Black Bear Management for Increased Killing

Avid readers of the C.A.S.H. Courier are well acquainted with how deer are managed into overpopulations.  In case you’re not sure, please read Janet Piszar’s article in this issue on page 4.

We were fortunate to have the management plan for black bears from no less than the Tennessee Wildlife Resources Agency (TWRA), which spells out in detail their plan to keep bear populations up to the level that they will be tolerated by the public.  Apparently, the public is quite tolerant, according to them, since the population has been skyrocketing.
Keep in mind that game agencies are always in need of a reason to kill, so once they pump up populations, public intolerance is a perfect excuse.  Of course, the big secret is that they are the ones pumping up the populations.

To build the populations they established national forests and parks to shelter and protect the bear population.  They made sure that adult females could not be “harvested.”  They say there are nearly a half million acres of bear sanctuary in TN.  Of course, this is mixed with the positive aspect of protecting habitat from farming and development.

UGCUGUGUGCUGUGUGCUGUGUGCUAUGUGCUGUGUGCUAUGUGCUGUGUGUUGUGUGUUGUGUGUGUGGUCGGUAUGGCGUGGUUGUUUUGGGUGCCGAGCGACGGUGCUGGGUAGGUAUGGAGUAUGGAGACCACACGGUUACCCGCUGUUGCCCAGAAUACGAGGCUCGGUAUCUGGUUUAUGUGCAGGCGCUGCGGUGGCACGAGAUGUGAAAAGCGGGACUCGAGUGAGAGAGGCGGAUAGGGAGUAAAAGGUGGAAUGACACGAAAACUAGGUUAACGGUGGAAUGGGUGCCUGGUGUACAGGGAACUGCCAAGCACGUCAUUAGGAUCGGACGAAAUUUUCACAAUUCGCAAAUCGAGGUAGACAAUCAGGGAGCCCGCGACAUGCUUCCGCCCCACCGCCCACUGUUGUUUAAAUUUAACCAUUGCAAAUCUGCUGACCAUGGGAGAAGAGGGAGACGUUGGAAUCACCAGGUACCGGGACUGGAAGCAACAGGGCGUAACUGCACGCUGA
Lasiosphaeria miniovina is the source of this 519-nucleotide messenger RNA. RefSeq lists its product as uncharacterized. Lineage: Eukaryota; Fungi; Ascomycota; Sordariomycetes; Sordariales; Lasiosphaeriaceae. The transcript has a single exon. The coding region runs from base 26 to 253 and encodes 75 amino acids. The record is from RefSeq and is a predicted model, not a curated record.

Radiotelemetry established that pregnant females den much earlier than males.  So after reproductive females had moved to dens, they changed the hunting schedule to make sure that only the males would be “harvested.”  As males are larger anyway, they make for a better “trophy.”

They said that poaching is quite common so they have cracked down on it.  The bear population thrives according to them thanks to sportsman license dollars.  They point out that since bears have home ranges that overlap state boundaries, they have engaged NC, GA, and VA in a commitment to “protecting bears” for a continuing increase to be able to sustain bear hunting and ensure a continuing supply of bears for hunters to kill and exploit for body parts.

They confess at the end of their self-praising report that “As human and bear populations increase, and more people move near public lands, bear-human interactions will undoubtedly increase creating potentially dangerous situations for the public and for bears.”  Now, if it’s dangerous, then pray tell, who is to blame?


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